You might think that using a TS cable is the way to go for a musical instrument. But most musical instruments are not compatible because the signal they produce is usually an unbalanced mono signal. So, the very function of limiting interference is not possible. That’s why people use DI units with their musical instruments.
Do not use excessively long cables
The longer the cable that connects your violin to your amp or effects pedal, the more likely it is to pick up interference, such as unwanted radio waves. They will add to the audio signal and create more or less loud noises. It is better to use cables that are not too long.
Do not coil them in a circle
We tend to coil our cables in a circle to store them, and not to unroll them in their entirety when we are on stage or in a studio to avoid having long cables lying on the floor. However, when leaving the cables coiled, they will play the role of an antenna that will capture the interference waves and therefore generate noise. Unwind them to limit the interference!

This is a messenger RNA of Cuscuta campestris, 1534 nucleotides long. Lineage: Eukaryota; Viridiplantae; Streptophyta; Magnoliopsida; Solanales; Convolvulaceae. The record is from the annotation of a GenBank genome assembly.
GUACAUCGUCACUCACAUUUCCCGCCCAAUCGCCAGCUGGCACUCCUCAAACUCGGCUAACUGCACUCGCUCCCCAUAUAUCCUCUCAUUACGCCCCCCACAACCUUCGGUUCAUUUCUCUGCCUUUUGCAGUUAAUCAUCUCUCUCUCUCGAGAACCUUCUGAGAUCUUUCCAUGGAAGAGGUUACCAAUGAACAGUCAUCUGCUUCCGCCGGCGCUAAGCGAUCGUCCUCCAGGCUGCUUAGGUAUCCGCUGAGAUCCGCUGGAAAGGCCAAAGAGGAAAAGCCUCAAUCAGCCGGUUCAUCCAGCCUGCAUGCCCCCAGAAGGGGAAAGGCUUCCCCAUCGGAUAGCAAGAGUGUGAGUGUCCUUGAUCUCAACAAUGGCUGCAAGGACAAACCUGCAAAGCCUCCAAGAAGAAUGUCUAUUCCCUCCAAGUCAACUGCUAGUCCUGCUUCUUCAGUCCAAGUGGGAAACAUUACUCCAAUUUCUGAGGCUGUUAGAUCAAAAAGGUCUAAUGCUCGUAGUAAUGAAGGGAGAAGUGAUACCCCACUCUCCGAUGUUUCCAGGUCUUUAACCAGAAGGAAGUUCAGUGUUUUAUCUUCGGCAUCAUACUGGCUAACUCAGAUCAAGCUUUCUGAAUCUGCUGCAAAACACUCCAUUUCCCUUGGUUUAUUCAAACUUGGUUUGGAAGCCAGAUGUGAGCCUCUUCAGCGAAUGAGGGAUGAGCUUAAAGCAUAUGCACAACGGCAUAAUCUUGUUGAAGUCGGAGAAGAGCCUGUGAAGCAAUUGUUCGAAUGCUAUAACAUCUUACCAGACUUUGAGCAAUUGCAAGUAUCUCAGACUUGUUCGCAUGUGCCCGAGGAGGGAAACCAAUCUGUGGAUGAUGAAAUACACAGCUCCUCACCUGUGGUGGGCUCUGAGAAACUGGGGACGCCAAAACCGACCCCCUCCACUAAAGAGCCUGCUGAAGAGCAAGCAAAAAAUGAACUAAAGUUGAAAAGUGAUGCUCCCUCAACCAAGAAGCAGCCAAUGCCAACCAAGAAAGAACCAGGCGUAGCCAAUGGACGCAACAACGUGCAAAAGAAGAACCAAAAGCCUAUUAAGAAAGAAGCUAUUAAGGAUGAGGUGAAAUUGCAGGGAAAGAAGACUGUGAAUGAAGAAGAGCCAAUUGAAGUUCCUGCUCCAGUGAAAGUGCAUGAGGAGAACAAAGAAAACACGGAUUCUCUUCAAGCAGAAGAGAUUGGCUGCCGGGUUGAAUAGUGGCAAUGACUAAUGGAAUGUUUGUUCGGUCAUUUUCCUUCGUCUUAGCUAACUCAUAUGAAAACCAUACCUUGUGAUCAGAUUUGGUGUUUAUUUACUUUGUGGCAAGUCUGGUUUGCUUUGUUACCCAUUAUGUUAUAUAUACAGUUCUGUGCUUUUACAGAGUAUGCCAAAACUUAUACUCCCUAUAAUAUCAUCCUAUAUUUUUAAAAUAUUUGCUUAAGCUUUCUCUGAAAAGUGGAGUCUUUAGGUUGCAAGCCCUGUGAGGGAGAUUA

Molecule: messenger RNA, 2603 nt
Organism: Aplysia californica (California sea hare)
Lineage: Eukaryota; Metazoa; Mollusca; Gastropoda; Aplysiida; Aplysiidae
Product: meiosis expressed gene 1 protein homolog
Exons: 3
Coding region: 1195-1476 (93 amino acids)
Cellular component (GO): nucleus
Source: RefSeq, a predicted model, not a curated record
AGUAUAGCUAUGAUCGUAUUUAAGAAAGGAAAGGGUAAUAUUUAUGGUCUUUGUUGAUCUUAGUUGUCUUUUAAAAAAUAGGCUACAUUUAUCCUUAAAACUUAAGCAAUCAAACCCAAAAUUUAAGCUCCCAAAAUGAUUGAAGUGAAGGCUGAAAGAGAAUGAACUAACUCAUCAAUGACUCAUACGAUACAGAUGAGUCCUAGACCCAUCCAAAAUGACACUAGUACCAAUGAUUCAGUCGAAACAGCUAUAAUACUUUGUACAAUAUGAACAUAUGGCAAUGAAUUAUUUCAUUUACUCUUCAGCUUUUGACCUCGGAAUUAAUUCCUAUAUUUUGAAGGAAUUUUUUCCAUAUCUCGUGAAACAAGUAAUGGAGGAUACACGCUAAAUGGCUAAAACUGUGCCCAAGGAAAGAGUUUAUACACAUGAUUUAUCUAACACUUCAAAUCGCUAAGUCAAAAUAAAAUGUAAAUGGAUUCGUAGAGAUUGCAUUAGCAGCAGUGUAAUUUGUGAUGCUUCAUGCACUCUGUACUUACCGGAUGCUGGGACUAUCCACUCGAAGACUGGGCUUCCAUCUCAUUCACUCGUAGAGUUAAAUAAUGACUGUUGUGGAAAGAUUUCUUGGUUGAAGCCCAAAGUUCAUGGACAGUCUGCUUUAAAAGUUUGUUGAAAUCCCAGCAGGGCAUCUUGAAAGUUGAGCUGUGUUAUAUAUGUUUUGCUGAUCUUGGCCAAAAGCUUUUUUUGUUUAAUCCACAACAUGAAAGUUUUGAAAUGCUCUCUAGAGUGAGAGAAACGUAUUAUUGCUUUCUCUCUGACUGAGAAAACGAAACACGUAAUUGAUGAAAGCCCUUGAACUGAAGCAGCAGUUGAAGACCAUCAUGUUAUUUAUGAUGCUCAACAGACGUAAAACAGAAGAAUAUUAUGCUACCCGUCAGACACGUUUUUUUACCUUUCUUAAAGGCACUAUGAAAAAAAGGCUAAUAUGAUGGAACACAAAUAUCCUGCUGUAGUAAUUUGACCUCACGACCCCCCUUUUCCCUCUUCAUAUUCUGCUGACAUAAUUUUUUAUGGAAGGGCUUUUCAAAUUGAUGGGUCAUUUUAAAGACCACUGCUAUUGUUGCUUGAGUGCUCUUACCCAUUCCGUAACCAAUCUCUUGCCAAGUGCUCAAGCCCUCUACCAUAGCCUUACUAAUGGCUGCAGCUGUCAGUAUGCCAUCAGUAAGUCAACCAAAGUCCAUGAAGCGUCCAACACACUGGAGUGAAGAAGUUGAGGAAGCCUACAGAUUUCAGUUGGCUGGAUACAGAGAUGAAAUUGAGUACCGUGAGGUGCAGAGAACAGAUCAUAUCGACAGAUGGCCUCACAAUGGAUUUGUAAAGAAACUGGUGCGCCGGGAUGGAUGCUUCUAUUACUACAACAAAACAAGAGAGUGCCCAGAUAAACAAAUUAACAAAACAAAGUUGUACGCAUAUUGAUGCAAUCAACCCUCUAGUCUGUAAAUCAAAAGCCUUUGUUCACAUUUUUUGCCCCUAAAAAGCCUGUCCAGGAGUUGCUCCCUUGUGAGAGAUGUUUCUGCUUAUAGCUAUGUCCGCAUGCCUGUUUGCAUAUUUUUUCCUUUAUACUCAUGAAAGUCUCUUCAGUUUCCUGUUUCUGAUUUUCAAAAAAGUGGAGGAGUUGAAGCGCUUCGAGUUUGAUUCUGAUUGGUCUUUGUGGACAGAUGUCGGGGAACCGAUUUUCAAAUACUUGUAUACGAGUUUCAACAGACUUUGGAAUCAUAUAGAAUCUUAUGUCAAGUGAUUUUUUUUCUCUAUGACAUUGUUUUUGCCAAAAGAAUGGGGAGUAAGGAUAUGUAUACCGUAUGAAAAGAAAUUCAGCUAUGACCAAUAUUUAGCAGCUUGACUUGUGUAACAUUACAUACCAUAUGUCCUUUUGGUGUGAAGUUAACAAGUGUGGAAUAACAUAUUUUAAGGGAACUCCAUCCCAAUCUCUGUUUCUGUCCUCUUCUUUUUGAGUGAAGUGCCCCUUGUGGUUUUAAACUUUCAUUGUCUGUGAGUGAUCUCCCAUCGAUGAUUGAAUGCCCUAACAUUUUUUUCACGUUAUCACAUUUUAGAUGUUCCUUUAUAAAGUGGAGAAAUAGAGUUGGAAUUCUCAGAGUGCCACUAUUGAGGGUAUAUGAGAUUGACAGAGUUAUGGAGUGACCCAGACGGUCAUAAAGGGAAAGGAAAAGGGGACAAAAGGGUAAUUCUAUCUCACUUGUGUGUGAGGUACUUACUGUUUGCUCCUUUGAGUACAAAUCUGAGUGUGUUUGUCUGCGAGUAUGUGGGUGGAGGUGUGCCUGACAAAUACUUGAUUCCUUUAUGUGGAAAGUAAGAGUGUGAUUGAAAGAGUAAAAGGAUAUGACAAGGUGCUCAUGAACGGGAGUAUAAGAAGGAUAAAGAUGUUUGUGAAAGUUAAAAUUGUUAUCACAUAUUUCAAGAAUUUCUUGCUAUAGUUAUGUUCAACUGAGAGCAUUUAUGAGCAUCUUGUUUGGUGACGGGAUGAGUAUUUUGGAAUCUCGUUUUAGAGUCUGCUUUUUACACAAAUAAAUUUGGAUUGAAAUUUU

Cables in bad condition
At first sight, all your cables seem to be in good condition, yet after unwrapping and wrapping them, pulling them or walking on them, the internal wiring may break. If the ground conductor is broken, interference will be automatically generated. It will be necessary to test them one by one to identify the cable which is at the origin of the interference. Once identified, you have 2 options: if you are a bit of a DIY enthusiast, you can try to repair the ground cable, if you have no idea how to do it, then there is no point in keeping it, just replace it. And remember to discard the broken cable so you don’t use it again.